– Acting Attorney General Paula T.
Dow and Criminal Justice Director Stephen
J. Taylor announced that a former Department
of Community Affairs senior field representative
was sentenced to state prison today for
stealing more than $800,000 from a program
that assists people threatened with homelessness.
to Director Taylor, Robin Wheeler-Hicks,
50, of Elizabeth, was sentenced to seven
years in state prison by Superior Court
Judge Robert Billmeier in Mercer County.
Wheeler-Hicks pleaded guilty in March 2006
to charges of bribery and theft by deception
for stealing from the Homelessness Prevention
Program, which is administered by the Department
of Community Affairs (DCA). Wheeler-Hicks
was sentenced to seven years in prison on
each charge, with the sentences to run concurrently.
pleading guilty, Wheeler-Hicks, a former
DCA-Union County senior field representative,
admitted submitting 428 false applications
to the Homelessness Prevention Program for
grants totaling more than $800,000. She
was ordered to pay $830,901 in restitution
to the Department of Community Affairs and
is permanently barred from public employment
in New Jersey.
was indicted in December 2005, along with
Tashime Mitchell, 36, of Irvington, and
Renita Livingston, 36, of Hillside. Wheeler-Hicks
was responsible for processing Homelessness
Prevention Program cases in Union County.
The program provides grants to eligible
individuals and families who, through no
fault of their own, are at risk of becoming
homeless. It provides rent to keep a family
in a current home, and provides applicants
with up to two months rent and security
deposit for a new residence if they are
forced out of their home.
and Livingston pleaded guilty to assisting
Wheeler-Hicks in submitting numerous false
Homelessness Prevention Program applications.
Mitchell was sentenced on Nov. 3, 2006 to
five years in prison, and Livingston was
sentenced on Dec. 15, 2006 to three years
in prison. Mitchell was ordered to pay $29,000
in restitution, and Livingston, $10,500.
investigation determined that Wheeler-Hicks
used her official position to obtain pertinent
information regarding HPP candidates, which
she used to create and submit fictitious
HPP claims for payment to applicant landlords.
Mitchell, Livingston and other co-defendants
assisted her by providing information for
the false applications. The fraudulent applications
reported that the applicants were temporarily
homeless due to residential fires. To support
the claims, the applications included fictitious
fire reports purportedly from the Elizabeth
other defendants were sentenced recently
in the case. Joana Pereira, 27, of Newark,
formerly known as Joana Rodrigues, was sentenced
by Judge Billmeier on Nov. 5 to two years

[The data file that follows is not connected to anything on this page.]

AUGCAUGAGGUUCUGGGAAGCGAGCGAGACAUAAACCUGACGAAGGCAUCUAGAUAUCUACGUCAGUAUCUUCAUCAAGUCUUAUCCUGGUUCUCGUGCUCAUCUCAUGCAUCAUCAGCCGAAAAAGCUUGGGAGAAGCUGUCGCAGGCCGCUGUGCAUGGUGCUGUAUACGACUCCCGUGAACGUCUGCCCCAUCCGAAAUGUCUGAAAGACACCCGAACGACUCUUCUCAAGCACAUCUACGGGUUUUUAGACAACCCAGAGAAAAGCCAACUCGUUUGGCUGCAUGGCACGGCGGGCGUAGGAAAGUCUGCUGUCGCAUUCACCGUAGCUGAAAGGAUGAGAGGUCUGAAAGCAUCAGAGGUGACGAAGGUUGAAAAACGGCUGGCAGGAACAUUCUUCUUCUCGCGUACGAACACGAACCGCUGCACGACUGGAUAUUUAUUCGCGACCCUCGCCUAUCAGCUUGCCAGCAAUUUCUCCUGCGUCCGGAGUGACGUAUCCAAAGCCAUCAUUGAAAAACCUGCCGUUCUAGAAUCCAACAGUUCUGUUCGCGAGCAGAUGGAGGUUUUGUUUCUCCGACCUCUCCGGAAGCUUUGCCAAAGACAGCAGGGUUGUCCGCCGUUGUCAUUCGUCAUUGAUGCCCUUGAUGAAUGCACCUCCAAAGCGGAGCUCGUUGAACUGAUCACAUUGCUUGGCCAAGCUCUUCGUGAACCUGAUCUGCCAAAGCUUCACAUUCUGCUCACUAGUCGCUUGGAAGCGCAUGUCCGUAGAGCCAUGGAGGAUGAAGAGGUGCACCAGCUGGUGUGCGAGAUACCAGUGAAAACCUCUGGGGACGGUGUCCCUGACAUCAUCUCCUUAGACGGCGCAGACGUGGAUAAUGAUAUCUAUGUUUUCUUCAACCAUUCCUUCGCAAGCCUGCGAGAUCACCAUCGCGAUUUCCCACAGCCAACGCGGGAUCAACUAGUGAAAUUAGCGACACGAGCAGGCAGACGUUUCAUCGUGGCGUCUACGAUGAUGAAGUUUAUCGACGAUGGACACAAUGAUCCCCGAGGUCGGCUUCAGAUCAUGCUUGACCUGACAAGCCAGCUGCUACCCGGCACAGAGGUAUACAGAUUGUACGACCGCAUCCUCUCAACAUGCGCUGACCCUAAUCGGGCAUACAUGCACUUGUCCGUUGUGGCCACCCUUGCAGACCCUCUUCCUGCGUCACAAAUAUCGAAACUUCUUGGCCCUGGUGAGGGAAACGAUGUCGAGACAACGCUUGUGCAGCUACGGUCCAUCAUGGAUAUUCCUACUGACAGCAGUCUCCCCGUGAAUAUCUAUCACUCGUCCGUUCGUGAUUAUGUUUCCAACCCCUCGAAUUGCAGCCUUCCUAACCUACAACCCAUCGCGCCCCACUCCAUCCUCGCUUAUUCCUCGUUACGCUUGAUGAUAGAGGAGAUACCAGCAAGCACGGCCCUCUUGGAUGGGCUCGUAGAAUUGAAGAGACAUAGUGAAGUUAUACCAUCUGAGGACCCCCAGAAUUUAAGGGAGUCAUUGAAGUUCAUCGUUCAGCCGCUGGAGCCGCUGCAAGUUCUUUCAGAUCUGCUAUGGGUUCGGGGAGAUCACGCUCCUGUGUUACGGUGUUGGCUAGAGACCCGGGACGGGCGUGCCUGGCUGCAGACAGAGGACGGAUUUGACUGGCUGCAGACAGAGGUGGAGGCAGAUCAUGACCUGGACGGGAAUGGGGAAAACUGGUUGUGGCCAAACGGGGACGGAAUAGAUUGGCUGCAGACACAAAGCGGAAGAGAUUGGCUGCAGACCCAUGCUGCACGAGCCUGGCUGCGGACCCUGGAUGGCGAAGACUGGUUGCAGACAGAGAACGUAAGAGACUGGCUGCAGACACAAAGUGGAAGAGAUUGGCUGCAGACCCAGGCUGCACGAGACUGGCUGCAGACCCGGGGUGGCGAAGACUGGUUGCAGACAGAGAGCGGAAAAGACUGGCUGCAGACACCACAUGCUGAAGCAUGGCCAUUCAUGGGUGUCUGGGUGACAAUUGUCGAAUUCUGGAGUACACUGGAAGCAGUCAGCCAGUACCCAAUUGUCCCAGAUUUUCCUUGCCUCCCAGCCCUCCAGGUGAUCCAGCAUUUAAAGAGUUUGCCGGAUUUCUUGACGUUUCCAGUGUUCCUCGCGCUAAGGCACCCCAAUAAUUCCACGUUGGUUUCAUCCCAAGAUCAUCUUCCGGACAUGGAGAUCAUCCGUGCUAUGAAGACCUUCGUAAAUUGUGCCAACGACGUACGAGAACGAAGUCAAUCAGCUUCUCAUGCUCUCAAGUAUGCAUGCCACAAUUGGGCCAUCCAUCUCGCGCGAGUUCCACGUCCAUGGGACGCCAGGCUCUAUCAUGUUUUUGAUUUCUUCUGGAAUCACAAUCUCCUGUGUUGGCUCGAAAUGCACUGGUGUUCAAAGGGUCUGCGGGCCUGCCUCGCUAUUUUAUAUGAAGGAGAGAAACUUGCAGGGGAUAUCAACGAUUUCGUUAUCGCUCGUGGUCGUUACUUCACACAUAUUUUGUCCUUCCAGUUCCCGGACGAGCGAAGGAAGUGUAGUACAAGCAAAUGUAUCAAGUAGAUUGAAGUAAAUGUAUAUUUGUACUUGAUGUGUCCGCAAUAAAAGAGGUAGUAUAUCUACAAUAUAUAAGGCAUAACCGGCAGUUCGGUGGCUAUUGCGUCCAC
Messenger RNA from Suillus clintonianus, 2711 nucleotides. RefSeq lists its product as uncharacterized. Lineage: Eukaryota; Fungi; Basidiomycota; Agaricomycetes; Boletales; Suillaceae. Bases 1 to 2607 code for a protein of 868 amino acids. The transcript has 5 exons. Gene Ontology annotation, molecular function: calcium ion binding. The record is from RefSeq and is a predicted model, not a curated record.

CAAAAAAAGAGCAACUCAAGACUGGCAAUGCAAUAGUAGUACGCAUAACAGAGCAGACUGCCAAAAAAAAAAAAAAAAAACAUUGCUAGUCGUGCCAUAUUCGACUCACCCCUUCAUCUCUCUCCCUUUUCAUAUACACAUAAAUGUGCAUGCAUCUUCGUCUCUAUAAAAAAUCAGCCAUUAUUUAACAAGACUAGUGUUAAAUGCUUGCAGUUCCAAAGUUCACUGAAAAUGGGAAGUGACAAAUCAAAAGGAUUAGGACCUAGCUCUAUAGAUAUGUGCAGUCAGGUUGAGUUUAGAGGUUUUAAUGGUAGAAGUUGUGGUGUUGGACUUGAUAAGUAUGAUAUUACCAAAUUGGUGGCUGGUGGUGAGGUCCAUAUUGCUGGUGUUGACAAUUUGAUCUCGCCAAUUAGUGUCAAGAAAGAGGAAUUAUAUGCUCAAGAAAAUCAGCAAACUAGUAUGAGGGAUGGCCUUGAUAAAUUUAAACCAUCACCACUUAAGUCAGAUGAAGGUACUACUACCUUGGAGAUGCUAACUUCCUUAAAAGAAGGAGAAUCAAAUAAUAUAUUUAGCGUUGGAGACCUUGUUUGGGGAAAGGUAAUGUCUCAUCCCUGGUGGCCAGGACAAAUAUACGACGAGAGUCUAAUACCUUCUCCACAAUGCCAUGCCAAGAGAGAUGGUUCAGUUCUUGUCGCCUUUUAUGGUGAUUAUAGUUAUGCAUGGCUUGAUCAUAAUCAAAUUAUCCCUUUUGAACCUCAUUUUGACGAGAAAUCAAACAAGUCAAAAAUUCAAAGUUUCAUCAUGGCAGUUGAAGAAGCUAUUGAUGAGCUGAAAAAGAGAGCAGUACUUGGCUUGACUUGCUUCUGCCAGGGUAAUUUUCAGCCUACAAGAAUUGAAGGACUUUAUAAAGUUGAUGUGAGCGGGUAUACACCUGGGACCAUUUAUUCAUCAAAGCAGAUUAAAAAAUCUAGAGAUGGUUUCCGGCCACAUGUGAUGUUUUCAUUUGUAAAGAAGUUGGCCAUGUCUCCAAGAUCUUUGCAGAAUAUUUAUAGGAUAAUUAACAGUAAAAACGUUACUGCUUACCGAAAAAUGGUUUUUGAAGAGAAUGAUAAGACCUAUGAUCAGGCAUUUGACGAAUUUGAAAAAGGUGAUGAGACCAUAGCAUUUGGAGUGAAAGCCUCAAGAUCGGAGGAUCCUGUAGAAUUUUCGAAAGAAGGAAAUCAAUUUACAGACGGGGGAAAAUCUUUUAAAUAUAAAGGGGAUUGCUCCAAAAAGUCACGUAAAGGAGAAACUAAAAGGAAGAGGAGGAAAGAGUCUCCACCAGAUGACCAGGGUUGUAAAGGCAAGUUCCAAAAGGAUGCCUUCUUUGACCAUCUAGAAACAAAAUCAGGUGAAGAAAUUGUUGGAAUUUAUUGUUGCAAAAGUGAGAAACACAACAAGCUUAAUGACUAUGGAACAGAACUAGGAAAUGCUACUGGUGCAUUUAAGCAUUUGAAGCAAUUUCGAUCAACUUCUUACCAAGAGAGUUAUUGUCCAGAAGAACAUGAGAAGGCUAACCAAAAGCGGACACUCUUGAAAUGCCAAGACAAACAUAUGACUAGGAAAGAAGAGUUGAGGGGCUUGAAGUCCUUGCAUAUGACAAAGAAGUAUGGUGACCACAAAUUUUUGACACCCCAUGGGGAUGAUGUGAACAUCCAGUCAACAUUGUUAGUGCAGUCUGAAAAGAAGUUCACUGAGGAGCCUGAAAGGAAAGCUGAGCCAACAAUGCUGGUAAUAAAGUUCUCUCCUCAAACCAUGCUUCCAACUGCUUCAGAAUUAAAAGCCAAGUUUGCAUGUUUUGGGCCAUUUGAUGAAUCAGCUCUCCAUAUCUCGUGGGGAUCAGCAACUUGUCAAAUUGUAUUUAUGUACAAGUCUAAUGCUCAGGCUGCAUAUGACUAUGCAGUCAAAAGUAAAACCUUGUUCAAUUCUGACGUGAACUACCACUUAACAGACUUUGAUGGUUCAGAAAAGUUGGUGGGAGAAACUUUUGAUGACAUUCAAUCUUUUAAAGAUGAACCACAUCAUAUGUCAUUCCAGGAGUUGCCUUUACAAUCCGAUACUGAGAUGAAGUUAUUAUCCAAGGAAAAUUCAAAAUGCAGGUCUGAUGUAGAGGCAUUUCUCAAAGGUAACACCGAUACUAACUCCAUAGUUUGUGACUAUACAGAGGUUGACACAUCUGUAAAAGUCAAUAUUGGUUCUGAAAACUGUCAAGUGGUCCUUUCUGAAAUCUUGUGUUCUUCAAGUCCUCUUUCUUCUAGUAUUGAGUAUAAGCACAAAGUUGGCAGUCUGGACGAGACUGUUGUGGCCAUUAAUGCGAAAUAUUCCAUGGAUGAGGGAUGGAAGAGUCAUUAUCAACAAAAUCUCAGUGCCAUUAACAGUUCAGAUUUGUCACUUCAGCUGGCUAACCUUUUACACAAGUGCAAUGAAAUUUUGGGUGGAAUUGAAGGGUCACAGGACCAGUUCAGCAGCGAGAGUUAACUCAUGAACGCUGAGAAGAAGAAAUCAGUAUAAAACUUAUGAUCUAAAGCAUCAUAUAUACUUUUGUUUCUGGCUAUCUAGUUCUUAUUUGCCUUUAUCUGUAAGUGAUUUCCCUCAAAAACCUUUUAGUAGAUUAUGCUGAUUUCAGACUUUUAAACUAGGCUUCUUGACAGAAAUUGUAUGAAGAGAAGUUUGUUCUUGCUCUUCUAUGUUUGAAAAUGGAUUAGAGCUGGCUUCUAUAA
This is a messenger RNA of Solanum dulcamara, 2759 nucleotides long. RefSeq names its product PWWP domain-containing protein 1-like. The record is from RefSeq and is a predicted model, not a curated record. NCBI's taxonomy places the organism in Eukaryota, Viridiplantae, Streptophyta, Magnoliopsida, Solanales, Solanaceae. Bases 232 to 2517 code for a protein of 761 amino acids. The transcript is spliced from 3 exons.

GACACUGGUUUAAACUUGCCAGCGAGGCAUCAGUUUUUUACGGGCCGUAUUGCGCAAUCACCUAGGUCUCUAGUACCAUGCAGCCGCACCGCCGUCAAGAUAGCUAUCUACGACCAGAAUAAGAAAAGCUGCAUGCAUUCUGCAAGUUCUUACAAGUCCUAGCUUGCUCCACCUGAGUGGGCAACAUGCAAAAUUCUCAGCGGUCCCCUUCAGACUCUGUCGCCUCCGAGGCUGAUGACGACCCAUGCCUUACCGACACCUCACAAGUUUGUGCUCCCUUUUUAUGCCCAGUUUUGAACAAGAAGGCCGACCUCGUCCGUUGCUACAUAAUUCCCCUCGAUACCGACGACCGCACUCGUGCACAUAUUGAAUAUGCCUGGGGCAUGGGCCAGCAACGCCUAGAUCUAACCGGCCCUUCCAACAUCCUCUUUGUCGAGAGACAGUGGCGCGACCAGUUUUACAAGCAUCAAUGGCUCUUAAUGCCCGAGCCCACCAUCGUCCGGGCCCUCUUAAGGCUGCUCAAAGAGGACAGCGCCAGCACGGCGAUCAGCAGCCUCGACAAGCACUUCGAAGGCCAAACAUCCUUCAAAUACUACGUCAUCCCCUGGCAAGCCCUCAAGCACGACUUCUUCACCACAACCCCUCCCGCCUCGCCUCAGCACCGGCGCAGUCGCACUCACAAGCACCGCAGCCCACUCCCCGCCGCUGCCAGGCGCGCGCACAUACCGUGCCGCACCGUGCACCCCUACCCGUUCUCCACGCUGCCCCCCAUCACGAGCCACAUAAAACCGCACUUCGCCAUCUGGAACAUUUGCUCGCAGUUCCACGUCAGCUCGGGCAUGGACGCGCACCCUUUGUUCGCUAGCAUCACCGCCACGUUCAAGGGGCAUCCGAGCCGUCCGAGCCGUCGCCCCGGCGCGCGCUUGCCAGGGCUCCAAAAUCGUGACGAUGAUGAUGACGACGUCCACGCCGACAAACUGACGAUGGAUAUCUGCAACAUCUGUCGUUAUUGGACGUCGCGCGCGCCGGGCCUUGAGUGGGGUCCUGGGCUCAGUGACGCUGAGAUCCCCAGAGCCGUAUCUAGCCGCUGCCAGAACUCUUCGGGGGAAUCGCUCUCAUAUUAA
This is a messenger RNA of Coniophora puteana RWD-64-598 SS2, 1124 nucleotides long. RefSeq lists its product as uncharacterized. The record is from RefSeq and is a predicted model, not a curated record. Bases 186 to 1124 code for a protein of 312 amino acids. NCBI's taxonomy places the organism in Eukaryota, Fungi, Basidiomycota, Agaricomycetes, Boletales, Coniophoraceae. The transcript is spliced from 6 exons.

of probation, conditioned upon her serving
364 days in the county jail. Pereira, a
landlord, pleaded guilty in 2007 to theft
by deception for submitting four fraudulent
applications for grants totaling $14,963
under the Homelessness Prevention Program.
Her boyfriend, Vitor Pedreiras, 32, of Hillside,
pleaded guilty to assisting her. He was
required to forfeit his job as a Hillside
police officer and was sentenced on Oct.
29 to two years of probation, conditioned
upon him serving 364 days in county jail.
charges resulted from an investigation by
the Division of Criminal Justice and New
Jersey State Police. Nine other defendants
have pleaded guilty, including two former
DCA employees who received probation and
four corporations. All of the defendants
were required to pay restitution to DCA.
Department of Community Affairs alerted
the Division of Criminal Justice when program
officials uncovered questionable applications
and transactions involving the Homelessness
Prevention Program in Union County. The
DCA provided administrative resources and
investigative assistance to the Division
of Criminal Justice and State Police throughout
Attorney General Anthony Picione, Deputy
Chief of the Division of Criminal Justice
Corruption Bureau, and Deputy Attorney General
David Fritch prosecuted the case and represented
the state at the sentencing. The investigation
was conducted for the DCJ Corruption Bureau
by Sgt. Joseph Caloiaro, Sgt. Rob Feriozzi,
Detective Anthony Luyber, Detective Kiersten
Pentony, Civil Investigator Wayne Cummings,
and Analyst Alison Callery. It was conducted
for the New Jersey State Police by Detective
Sgt. Dustin Lesnever, Detective Sgt. Gerald
Nachurski and Detective Sgt. Gregory Shawaryn.
Division of Criminal Justice has established
a toll-free Corruption Tipline for the public
to confidentially report corruption, financial
crime and other illegal activities: 1-866-TIPS-4CJ.
The public also can confidentially report
suspected wrongdoing online at www.njdcj.org.